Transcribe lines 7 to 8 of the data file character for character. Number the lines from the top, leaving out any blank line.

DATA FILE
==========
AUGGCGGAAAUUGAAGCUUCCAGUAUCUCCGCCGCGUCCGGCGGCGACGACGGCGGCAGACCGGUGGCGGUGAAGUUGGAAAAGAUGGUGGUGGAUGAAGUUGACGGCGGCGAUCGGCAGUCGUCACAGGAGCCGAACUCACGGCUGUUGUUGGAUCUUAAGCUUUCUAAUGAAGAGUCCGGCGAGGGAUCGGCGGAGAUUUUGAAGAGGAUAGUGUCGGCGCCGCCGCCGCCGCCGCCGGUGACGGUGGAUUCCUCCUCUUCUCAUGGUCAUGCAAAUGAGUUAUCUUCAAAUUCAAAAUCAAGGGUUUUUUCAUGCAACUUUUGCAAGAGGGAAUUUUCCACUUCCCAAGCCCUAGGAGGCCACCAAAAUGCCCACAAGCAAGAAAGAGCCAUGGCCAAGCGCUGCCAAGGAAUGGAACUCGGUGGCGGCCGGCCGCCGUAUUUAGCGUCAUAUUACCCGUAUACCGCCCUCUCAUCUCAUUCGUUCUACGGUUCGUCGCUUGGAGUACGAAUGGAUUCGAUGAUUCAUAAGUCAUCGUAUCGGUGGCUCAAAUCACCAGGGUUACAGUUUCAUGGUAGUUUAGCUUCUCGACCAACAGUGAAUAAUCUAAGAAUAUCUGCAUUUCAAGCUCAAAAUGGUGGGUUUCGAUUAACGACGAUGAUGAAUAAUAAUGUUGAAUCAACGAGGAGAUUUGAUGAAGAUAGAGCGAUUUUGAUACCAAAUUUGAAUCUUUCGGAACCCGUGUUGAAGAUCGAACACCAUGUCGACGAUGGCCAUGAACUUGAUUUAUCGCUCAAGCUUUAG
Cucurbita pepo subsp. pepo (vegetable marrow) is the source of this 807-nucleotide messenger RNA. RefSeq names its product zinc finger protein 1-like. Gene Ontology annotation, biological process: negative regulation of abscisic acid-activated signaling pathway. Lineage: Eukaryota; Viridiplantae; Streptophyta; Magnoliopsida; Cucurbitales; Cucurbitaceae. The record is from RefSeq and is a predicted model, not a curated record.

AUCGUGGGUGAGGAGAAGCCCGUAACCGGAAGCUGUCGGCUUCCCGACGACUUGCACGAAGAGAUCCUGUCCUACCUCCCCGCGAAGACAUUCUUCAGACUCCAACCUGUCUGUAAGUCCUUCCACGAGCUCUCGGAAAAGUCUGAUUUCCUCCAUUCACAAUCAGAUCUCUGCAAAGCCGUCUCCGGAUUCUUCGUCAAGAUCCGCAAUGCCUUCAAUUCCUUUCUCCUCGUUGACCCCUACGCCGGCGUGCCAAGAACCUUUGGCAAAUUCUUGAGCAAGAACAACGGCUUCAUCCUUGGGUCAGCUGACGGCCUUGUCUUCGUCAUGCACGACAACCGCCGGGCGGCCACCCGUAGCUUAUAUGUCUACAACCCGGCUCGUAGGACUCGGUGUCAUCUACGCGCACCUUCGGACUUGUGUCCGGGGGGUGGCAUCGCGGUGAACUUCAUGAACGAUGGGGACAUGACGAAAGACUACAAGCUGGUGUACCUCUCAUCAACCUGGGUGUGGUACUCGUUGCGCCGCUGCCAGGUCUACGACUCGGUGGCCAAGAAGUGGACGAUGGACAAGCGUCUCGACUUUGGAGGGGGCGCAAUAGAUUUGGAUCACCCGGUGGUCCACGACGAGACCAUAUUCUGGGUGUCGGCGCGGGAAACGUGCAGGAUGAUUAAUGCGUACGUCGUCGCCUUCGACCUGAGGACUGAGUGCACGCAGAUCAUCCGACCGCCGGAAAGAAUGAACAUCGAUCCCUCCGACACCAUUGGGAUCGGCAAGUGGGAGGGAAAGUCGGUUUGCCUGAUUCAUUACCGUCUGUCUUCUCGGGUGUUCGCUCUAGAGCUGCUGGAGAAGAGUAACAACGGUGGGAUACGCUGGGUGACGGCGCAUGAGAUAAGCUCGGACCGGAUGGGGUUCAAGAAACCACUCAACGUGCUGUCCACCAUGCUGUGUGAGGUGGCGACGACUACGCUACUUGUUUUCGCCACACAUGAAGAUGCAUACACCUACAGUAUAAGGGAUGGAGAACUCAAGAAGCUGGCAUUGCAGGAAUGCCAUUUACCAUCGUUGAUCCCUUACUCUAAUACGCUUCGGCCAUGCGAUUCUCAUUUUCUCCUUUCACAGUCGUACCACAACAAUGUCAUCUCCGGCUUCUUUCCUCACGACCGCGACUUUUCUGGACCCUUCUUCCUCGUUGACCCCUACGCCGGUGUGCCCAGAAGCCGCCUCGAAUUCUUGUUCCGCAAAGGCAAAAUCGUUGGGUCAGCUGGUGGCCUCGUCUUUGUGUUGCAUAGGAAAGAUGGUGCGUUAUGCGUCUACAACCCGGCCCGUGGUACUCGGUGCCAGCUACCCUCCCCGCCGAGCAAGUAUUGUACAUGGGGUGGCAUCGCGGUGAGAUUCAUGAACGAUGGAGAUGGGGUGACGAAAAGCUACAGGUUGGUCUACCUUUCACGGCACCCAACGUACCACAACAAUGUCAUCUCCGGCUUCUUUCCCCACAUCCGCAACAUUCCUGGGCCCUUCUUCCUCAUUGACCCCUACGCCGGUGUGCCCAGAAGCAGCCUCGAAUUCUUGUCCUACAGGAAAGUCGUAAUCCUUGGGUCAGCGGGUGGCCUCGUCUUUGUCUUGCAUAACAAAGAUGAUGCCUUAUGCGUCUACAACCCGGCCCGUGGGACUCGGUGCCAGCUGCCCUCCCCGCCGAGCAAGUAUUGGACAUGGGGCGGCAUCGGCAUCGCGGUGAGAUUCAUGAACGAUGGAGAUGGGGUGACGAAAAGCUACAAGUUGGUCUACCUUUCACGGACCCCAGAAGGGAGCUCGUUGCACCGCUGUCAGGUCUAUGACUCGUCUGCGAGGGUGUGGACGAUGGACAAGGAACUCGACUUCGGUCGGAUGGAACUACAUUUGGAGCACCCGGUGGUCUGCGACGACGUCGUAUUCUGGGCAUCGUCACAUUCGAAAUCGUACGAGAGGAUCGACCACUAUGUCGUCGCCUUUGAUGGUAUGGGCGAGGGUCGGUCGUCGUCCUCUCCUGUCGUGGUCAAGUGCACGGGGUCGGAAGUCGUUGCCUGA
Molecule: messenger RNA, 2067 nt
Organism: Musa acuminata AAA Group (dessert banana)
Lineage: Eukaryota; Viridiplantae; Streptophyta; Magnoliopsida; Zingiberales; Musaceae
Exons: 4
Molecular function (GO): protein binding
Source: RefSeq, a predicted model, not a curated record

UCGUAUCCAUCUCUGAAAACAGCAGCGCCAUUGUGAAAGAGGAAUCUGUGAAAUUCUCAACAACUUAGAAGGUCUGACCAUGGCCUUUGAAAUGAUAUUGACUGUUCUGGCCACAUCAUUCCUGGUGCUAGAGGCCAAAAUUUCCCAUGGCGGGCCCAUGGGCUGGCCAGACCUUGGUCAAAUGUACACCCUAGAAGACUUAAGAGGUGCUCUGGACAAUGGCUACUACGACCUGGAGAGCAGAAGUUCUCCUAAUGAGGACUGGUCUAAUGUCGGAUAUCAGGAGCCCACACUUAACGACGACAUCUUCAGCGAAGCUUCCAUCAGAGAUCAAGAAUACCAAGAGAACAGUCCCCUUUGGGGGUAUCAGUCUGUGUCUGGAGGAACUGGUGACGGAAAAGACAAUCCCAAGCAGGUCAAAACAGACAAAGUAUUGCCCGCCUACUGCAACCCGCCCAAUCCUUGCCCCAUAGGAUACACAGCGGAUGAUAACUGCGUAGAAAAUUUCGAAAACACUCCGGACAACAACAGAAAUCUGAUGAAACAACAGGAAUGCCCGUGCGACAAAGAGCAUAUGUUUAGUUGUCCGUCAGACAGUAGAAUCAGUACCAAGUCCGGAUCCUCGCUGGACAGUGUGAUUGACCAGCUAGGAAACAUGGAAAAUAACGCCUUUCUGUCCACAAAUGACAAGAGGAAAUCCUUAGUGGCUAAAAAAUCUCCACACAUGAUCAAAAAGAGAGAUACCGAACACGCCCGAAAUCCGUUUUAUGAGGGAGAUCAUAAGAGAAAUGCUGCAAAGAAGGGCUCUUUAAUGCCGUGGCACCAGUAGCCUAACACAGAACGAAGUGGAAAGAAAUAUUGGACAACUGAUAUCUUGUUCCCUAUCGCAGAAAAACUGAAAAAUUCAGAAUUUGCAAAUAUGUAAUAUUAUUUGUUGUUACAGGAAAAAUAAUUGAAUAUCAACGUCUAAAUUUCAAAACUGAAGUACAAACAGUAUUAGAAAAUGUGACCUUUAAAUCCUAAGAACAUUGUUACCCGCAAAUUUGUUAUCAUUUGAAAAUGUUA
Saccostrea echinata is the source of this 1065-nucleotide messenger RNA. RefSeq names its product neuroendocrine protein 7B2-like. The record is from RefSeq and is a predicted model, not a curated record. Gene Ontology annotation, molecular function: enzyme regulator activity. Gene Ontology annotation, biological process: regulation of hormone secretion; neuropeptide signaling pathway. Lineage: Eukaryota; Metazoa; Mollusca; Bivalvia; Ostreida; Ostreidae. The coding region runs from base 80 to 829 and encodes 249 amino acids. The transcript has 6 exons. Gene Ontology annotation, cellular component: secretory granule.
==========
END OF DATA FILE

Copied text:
Exons: 4
Molecular function (GO): protein binding